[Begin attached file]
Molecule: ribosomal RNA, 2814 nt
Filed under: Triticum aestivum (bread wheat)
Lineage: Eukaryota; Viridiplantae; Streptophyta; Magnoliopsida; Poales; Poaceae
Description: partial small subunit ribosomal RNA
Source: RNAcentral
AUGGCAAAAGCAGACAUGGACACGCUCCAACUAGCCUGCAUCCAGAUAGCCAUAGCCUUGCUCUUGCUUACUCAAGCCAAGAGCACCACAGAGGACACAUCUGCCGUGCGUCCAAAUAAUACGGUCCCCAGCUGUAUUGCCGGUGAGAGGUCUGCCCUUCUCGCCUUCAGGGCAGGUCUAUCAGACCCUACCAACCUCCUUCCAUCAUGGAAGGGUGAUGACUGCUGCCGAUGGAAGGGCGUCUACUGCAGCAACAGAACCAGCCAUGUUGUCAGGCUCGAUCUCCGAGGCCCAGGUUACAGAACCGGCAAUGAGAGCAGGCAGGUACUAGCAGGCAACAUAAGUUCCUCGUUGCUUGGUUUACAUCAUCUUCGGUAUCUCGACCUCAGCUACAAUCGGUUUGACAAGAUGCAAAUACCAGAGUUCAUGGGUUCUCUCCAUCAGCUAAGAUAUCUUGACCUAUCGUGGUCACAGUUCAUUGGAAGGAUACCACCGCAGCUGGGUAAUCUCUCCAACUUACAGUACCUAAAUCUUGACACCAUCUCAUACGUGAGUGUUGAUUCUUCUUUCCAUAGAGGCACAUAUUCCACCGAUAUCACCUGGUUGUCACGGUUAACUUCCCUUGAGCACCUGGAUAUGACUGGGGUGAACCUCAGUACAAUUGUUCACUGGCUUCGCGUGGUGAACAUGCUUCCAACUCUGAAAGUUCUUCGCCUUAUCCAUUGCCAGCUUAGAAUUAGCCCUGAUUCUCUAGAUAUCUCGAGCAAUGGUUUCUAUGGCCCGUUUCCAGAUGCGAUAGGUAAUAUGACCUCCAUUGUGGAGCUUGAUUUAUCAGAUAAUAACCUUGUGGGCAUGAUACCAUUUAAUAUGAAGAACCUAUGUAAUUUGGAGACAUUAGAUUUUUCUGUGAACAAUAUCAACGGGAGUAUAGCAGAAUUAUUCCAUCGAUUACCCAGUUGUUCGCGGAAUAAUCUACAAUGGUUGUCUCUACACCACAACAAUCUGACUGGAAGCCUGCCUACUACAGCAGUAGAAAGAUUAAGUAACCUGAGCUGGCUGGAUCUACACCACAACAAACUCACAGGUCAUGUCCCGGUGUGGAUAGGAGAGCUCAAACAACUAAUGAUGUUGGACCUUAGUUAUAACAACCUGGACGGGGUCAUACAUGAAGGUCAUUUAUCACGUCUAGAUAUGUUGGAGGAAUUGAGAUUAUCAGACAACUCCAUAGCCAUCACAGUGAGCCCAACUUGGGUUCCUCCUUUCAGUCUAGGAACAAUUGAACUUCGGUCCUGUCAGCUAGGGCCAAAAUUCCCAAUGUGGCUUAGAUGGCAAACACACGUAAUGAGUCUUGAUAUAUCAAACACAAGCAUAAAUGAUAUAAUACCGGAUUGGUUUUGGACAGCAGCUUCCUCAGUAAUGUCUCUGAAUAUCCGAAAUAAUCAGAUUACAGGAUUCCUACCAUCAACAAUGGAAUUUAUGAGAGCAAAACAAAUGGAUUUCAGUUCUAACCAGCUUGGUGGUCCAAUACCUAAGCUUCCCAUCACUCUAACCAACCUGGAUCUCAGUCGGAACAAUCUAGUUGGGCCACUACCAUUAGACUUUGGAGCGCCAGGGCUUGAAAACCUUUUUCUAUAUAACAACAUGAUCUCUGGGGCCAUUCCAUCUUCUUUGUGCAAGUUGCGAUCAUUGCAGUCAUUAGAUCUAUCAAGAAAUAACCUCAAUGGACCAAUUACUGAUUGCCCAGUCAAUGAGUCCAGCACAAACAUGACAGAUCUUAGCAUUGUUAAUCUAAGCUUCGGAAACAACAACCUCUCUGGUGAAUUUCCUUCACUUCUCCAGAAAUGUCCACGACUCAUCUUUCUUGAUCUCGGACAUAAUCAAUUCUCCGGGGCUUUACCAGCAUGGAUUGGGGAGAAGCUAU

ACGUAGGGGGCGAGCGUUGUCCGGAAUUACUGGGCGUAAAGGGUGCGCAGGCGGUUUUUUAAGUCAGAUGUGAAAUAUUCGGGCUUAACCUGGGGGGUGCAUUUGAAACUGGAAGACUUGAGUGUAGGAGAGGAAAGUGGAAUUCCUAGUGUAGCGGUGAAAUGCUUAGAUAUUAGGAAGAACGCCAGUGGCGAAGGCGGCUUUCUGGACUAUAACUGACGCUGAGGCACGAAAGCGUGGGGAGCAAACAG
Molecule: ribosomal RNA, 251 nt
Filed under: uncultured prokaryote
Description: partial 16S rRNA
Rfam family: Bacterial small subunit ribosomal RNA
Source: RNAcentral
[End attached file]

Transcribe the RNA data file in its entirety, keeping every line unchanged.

Molecule: ribosomal RNA, 2814 nt
Filed under: Triticum aestivum (bread wheat)
Lineage: Eukaryota; Viridiplantae; Streptophyta; Magnoliopsida; Poales; Poaceae
Description: partial small subunit ribosomal RNA
Source: RNAcentral
AUGGCAAAAGCAGACAUGGACACGCUCCAACUAGCCUGCAUCCAGAUAGCCAUAGCCUUGCUCUUGCUUACUCAAGCCAAGAGCACCACAGAGGACACAUCUGCCGUGCGUCCAAAUAAUACGGUCCCCAGCUGUAUUGCCGGUGAGAGGUCUGCCCUUCUCGCCUUCAGGGCAGGUCUAUCAGACCCUACCAACCUCCUUCCAUCAUGGAAGGGUGAUGACUGCUGCCGAUGGAAGGGCGUCUACUGCAGCAACAGAACCAGCCAUGUUGUCAGGCUCGAUCUCCGAGGCCCAGGUUACAGAACCGGCAAUGAGAGCAGGCAGGUACUAGCAGGCAACAUAAGUUCCUCGUUGCUUGGUUUACAUCAUCUUCGGUAUCUCGACCUCAGCUACAAUCGGUUUGACAAGAUGCAAAUACCAGAGUUCAUGGGUUCUCUCCAUCAGCUAAGAUAUCUUGACCUAUCGUGGUCACAGUUCAUUGGAAGGAUACCACCGCAGCUGGGUAAUCUCUCCAACUUACAGUACCUAAAUCUUGACACCAUCUCAUACGUGAGUGUUGAUUCUUCUUUCCAUAGAGGCACAUAUUCCACCGAUAUCACCUGGUUGUCACGGUUAACUUCCCUUGAGCACCUGGAUAUGACUGGGGUGAACCUCAGUACAAUUGUUCACUGGCUUCGCGUGGUGAACAUGCUUCCAACUCUGAAAGUUCUUCGCCUUAUCCAUUGCCAGCUUAGAAUUAGCCCUGAUUCUCUAGAUAUCUCGAGCAAUGGUUUCUAUGGCCCGUUUCCAGAUGCGAUAGGUAAUAUGACCUCCAUUGUGGAGCUUGAUUUAUCAGAUAAUAACCUUGUGGGCAUGAUACCAUUUAAUAUGAAGAACCUAUGUAAUUUGGAGACAUUAGAUUUUUCUGUGAACAAUAUCAACGGGAGUAUAGCAGAAUUAUUCCAUCGAUUACCCAGUUGUUCGCGGAAUAAUCUACAAUGGUUGUCUCUACACCACAACAAUCUGACUGGAAGCCUGCCUACUACAGCAGUAGAAAGAUUAAGUAACCUGAGCUGGCUGGAUCUACACCACAACAAACUCACAGGUCAUGUCCCGGUGUGGAUAGGAGAGCUCAAACAACUAAUGAUGUUGGACCUUAGUUAUAACAACCUGGACGGGGUCAUACAUGAAGGUCAUUUAUCACGUCUAGAUAUGUUGGAGGAAUUGAGAUUAUCAGACAACUCCAUAGCCAUCACAGUGAGCCCAACUUGGGUUCCUCCUUUCAGUCUAGGAACAAUUGAACUUCGGUCCUGUCAGCUAGGGCCAAAAUUCCCAAUGUGGCUUAGAUGGCAAACACACGUAAUGAGUCUUGAUAUAUCAAACACAAGCAUAAAUGAUAUAAUACCGGAUUGGUUUUGGACAGCAGCUUCCUCAGUAAUGUCUCUGAAUAUCCGAAAUAAUCAGAUUACAGGAUUCCUACCAUCAACAAUGGAAUUUAUGAGAGCAAAACAAAUGGAUUUCAGUUCUAACCAGCUUGGUGGUCCAAUACCUAAGCUUCCCAUCACUCUAACCAACCUGGAUCUCAGUCGGAACAAUCUAGUUGGGCCACUACCAUUAGACUUUGGAGCGCCAGGGCUUGAAAACCUUUUUCUAUAUAACAACAUGAUCUCUGGGGCCAUUCCAUCUUCUUUGUGCAAGUUGCGAUCAUUGCAGUCAUUAGAUCUAUCAAGAAAUAACCUCAAUGGACCAAUUACUGAUUGCCCAGUCAAUGAGUCCAGCACAAACAUGACAGAUCUUAGCAUUGUUAAUCUAAGCUUCGGAAACAACAACCUCUCUGGUGAAUUUCCUUCACUUCUCCAGAAAUGUCCACGACUCAUCUUUCUUGAUCUCGGACAUAAUCAAUUCUCCGGGGCUUUACCAGCAUGGAUUGGGGAGAAGCUAU

ACGUAGGGGGCGAGCGUUGUCCGGAAUUACUGGGCGUAAAGGGUGCGCAGGCGGUUUUUUAAGUCAGAUGUGAAAUAUUCGGGCUUAACCUGGGGGGUGCAUUUGAAACUGGAAGACUUGAGUGUAGGAGAGGAAAGUGGAAUUCCUAGUGUAGCGGUGAAAUGCUUAGAUAUUAGGAAGAACGCCAGUGGCGAAGGCGGCUUUCUGGACUAUAACUGACGCUGAGGCACGAAAGCGUGGGGAGCAAACAG
Molecule: ribosomal RNA, 251 nt
Filed under: uncultured prokaryote
Description: partial 16S rRNA
Rfam family: Bacterial small subunit ribosomal RNA
Source: RNAcentral